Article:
The eight Fantasiestücke (there was originally a ninth piece, but Schumann omitted it from the collection and it was not published until 1935) do not form a unified cycle in the sense that Carnaval does. They were designed more for the drawing-room than the concert-hall, though writing to Clara Wieck on 12 February 1838 Schumann recommended individual pieces for public performance—in particular, ‘Des Abends’ and ‘Traumes Wirren’. Curiously enough, he thought ‘In der Nacht’—surely one of the very finest pieces in the series—too long for such a purpose. As for Clara, she confessed that her favourites were ‘Fabel’, ‘Des Abends’, ‘Aufschwung’, ‘Grillen’ and ‘Ende vom Lied’.

Schumann divided the Fantasiestücke into two Books, each having its own tonal centre. Three of the four pieces in Book I are in D flat major. Significantly enough, the exception—‘Aufschwung’—sets off as though it is to be in B flat minor, the closest relative among the minor keys to D flat major; and the first of its two contrasting episodes is actually in D flat. Not until the very end does the main theme at last cadence with deliberate abruptness onto the home chord of F minor.

‘Des Abends’ is among the most perfect and intimate of all Schumann’s piano miniatures. Its smooth melody is syncopated throughout (it is the left-hand accompaniment that maintains the actual beat); and when it passes to the inner voice in the second half of the opening section, it undergoes a further shift in relation to the bar-line. The pianist playing this piece finds his thumbs interlocked virtually throughout.

Following the dramatic intensity of ‘Aufschwung’, with its upward-surging melody, the question posed in ‘Warum?’ seems to be of secretive innocence. The piece is much shorter and simpler than the remaining numbers, and could almost have been designed for Kinderszenen—the collection Schumann composed immediately after completing the Fantasiestücke. The end of its second half links back to its repeat, but it does not provide a real conclusion the second time through. Instead, the circular, repetitive nature of the closing bars leaves the music hanging in mid-air, as though on a genuine question-mark.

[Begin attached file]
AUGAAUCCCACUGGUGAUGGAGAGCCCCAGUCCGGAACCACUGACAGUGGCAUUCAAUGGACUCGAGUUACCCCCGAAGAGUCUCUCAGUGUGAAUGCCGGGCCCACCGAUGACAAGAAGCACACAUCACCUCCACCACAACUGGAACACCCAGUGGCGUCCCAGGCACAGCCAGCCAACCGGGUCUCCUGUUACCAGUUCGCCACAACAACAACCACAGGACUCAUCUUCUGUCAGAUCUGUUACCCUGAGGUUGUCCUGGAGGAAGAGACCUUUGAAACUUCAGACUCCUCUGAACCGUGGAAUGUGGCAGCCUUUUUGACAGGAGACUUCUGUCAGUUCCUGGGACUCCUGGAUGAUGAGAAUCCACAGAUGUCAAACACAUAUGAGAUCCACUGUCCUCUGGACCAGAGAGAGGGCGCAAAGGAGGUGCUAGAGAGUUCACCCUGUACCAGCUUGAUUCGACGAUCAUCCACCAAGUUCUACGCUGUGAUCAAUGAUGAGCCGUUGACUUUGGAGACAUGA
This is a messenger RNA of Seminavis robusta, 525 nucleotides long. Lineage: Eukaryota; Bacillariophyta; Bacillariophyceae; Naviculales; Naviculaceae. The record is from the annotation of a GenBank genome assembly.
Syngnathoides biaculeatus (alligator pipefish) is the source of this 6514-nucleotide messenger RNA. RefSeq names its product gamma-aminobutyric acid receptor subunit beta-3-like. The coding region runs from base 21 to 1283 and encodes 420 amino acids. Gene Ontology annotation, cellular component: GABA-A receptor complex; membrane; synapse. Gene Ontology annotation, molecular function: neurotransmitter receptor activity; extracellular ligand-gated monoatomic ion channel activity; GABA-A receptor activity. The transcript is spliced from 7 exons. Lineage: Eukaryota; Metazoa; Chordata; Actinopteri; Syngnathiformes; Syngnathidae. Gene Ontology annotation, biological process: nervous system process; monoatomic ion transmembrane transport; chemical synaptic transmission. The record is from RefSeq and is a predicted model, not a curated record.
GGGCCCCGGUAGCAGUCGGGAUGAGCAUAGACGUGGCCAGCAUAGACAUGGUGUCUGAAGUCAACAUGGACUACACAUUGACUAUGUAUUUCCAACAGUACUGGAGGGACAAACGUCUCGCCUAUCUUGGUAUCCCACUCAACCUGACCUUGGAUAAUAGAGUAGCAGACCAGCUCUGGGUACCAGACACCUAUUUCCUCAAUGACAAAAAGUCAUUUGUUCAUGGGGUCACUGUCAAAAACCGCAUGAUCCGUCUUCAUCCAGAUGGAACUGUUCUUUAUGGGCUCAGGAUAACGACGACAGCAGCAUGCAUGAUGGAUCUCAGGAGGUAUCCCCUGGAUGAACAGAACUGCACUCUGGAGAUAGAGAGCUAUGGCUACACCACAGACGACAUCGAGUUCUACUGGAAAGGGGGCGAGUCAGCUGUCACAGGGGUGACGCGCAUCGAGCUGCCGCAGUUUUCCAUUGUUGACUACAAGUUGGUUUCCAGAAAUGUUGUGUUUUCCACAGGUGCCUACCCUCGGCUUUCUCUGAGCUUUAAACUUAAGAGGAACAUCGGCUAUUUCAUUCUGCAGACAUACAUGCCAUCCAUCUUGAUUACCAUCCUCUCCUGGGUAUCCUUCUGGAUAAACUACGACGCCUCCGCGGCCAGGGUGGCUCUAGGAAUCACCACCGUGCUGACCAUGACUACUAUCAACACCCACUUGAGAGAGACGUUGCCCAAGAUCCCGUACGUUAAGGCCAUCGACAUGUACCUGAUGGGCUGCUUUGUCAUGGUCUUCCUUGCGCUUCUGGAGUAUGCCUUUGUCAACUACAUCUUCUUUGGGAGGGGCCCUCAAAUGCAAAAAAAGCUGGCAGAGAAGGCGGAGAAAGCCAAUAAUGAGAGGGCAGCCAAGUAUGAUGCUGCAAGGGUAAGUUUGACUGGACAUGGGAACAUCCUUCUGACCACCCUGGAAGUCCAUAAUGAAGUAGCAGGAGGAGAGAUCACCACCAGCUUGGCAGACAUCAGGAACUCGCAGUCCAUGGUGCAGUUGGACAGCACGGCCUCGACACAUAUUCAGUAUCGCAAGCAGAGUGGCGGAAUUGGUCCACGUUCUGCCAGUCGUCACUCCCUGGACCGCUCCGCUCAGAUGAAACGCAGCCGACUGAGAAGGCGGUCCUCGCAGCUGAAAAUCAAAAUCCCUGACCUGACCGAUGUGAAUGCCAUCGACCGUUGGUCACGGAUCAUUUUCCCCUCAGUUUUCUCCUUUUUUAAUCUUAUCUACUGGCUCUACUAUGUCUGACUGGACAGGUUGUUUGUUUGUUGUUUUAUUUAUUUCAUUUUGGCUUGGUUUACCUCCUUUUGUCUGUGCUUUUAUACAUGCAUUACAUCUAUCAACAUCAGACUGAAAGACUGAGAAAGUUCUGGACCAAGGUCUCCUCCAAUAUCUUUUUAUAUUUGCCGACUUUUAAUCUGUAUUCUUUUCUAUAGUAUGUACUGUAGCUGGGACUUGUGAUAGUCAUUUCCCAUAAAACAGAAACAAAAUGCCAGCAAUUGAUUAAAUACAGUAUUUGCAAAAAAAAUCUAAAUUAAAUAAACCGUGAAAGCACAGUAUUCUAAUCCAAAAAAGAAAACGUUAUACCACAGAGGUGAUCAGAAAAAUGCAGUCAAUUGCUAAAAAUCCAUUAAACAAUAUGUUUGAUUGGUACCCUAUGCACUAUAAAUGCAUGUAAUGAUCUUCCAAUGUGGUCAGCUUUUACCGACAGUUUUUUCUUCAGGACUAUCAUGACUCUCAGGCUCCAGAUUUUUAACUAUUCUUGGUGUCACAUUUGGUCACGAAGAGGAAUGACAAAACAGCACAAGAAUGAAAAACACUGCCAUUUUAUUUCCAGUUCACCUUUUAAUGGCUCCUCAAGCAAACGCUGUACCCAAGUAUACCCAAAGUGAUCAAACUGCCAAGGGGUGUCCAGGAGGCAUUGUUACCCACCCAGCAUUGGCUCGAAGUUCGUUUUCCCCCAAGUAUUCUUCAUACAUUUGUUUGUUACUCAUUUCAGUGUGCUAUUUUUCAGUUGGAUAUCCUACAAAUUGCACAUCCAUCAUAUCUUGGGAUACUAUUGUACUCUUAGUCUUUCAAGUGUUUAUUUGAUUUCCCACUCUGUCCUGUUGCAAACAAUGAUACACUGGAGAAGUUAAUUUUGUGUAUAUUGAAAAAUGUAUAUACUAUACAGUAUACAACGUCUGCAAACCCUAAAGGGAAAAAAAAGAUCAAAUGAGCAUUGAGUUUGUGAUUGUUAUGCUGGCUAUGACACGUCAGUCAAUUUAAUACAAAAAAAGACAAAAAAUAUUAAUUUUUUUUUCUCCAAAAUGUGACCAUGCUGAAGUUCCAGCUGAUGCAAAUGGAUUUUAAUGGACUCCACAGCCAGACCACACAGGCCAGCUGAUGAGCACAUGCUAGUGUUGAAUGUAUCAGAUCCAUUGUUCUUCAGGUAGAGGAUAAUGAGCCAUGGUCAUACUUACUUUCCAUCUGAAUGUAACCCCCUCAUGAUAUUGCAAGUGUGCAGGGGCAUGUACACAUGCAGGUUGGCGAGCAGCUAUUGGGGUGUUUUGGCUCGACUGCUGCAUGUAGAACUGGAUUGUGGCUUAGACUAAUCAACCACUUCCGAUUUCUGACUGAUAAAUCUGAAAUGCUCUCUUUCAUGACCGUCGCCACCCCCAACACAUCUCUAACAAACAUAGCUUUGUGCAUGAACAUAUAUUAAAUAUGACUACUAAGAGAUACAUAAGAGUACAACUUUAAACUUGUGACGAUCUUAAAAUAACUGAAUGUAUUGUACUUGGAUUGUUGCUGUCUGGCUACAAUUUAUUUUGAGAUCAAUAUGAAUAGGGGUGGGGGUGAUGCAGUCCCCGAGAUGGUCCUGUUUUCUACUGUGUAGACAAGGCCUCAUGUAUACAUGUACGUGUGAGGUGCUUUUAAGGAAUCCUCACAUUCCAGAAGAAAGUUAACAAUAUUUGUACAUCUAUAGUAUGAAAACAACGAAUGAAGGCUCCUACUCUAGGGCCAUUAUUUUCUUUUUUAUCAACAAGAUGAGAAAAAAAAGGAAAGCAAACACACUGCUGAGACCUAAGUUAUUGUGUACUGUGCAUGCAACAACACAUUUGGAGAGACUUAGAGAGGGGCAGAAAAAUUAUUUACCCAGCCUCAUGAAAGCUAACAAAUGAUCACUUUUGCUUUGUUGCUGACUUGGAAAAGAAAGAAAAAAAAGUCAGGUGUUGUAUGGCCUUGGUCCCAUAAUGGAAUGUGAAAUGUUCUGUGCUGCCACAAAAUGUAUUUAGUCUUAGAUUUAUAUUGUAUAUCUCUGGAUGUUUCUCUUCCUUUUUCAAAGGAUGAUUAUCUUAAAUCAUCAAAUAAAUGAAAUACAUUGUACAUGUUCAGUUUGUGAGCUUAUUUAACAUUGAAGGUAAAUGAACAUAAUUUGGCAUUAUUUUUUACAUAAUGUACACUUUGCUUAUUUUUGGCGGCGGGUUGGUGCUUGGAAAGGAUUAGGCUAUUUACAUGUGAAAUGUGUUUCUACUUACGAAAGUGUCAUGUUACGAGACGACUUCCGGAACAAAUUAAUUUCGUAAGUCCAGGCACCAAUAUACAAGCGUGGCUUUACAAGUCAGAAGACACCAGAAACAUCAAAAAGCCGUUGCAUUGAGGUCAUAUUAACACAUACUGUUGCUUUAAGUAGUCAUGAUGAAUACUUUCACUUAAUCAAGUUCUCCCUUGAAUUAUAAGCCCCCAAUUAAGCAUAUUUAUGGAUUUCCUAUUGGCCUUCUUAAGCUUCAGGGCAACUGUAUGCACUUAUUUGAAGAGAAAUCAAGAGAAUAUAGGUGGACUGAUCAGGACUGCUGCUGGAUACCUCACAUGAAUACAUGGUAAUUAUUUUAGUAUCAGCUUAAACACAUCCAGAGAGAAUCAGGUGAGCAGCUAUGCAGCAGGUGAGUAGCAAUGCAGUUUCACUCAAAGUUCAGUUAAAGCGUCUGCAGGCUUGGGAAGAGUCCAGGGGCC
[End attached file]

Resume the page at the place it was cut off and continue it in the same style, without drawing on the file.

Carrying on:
The melodic contour of ‘Warum?’ is taken over in the opening bars of the good-natured ‘Grillen’—another piece that begins by approaching its home key obliquely. Schumann wanted it played with humour—a concept he later described (apropos his Humoreske Op 20) as being characteristically German—a happy combination, as he put it, of ‘Gemütlichkeit’ and wit.

Of the pieces in the second Book, both ‘In der Nacht’ and ‘Traumes Wirren’ unfold in a constant swirl of semiquavers—dark and intense in the former (though it has a warmer, more lyrical episode in the major), dazzlingly light in the latter. There are more cascading semiquavers in the middle section of ‘Fabel’, though for the rest this piece alternates a slow, smoothly expressive phrase (the ‘once upon a time’, perhaps, suggested by the piece’s title) and a much quicker staccato idea. The final piece makes a return to the slightly pompous Biedermeier style of ‘Grillen’, and once again the pianist is instructed to play it good-humouredly. But the coda introduces a new element of poetry into the proceedings, and the nostalgic final bars echo the opening melody in slow-motion, and as if from afar.

from notes by Misha Donat © 2005